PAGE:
KANSAS CITY, Mo. (AP) Once the new year rolled around, Ned Yost turned his attention to the upcoming season, the new pieces that the Kansas City Royals brought in and the possibilities for new lineups.
He made the prospect of a contract extension seem almost like an afterthought.
''I think we're in great shape headed into this year,'' Yost said Tuesday, shortly after the club announced their manager's one-year boost through the 2016 season.
''We came as close as you can to winning a world championship last year,'' he said, ''and when you don't do it, it leaves a taste in your mouth. It's something you strive to do, and I think everyone in that locker room will tell you they want to finish this thing off.''
Yost became the Royals' manager in May 2010 and presided over a massive rebuilding effort that culminated with the end of a 29-year playoff drought this past season. The Royals took San Francisco to the seventh game of the World Series, leaving the tying run on third base with two outs in the bottom of the ninth inning, before their season finally ended.
With most of the major pieces of that team back, combined with free-agent acquisitions such as Alex Rios, Kendrys Morales and Edinson Volquez, hopes in Kansas City are higher than ever that the long-downtrodden franchise will be able to compete for the postseason again.
''As we all know, baseball is a very tough business,'' Royals general manager Dayton Moore said. ''You're always striving for organizational harmony, and we have our key leaders - in this case the manager - signed through the next two years, it helps to create that harmony.''
The longest-tenured manager in club history, Yost will soon become its winningest. He already has 373 victories, trailing only Dick Howser (404) and Whitey Herzog (410), and should eclipse two of the franchise's iconic names by the time summer rolls around.
Yost's contract was due to expire after the upcoming season, but there was little question that he would receive an extension. He has a close relationship with Moore dating to their days in the Braves organization, and Yost's ability to guide a young and unproven lineup to its first AL pennant since the Reagan administration only strengthened his organizational standing.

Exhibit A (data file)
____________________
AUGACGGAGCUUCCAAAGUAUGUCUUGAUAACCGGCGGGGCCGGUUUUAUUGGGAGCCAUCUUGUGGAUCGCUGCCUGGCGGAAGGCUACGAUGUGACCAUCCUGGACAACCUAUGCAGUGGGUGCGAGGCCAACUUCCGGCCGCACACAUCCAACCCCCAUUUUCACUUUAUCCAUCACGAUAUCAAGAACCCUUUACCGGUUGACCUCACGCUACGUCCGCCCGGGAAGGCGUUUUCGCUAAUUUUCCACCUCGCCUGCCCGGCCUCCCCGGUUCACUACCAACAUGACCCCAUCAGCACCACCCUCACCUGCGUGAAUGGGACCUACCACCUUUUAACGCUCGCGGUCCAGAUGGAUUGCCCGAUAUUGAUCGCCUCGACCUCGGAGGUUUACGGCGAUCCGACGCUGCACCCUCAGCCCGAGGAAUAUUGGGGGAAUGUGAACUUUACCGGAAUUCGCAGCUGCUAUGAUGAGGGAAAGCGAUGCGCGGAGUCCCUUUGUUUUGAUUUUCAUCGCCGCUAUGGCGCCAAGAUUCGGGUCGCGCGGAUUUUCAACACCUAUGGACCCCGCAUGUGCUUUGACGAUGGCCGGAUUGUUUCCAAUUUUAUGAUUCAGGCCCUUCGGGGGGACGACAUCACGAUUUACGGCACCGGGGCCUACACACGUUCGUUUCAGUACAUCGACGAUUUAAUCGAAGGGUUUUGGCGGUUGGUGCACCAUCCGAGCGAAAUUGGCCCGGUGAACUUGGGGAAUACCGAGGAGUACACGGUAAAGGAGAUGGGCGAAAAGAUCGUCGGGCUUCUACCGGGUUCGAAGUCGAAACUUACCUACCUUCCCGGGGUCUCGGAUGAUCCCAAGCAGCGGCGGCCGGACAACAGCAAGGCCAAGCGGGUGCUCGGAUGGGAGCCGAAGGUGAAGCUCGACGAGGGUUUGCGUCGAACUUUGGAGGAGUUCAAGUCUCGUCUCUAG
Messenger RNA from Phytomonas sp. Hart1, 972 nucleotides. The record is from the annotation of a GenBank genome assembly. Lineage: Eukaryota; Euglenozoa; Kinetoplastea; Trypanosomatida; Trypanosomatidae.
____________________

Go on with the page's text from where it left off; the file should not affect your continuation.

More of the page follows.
Not everything has gone perfectly for Yost, of course.
He has often been lampooned for his in-game adjustments, including a questionable decision to use starter Yordano Ventura out of the bullpen in the playoffs. And his often-surly nature, which has seemed to mellow with time, has drawn the ire of some longtime Royals fans.
''He came to our organization in a point in time when we needed to be re-energized, and Ned brought a lot of hope and optimism,'' Moore said. ''Those are the character traits that we believe are very important for a successful major league manager.''
Yost said he's been busier this offseason than ever, doing appearances and events just about every weekend since the season ended. But even as he sat in a deer stand on Tuesday, waiting for something worth shooting to amble by, his thoughts were already on the upcoming season.
''I go back and I look at the World Series and there's not much I would have done different,'' Yost said. ''I feel like we were in every single game. You look at the matchups we had, the situations that ended up costing us, they were all matchups we wanted. ... They just didn't work out. But you still have that taste, you know? You were that close to winning the World Series.''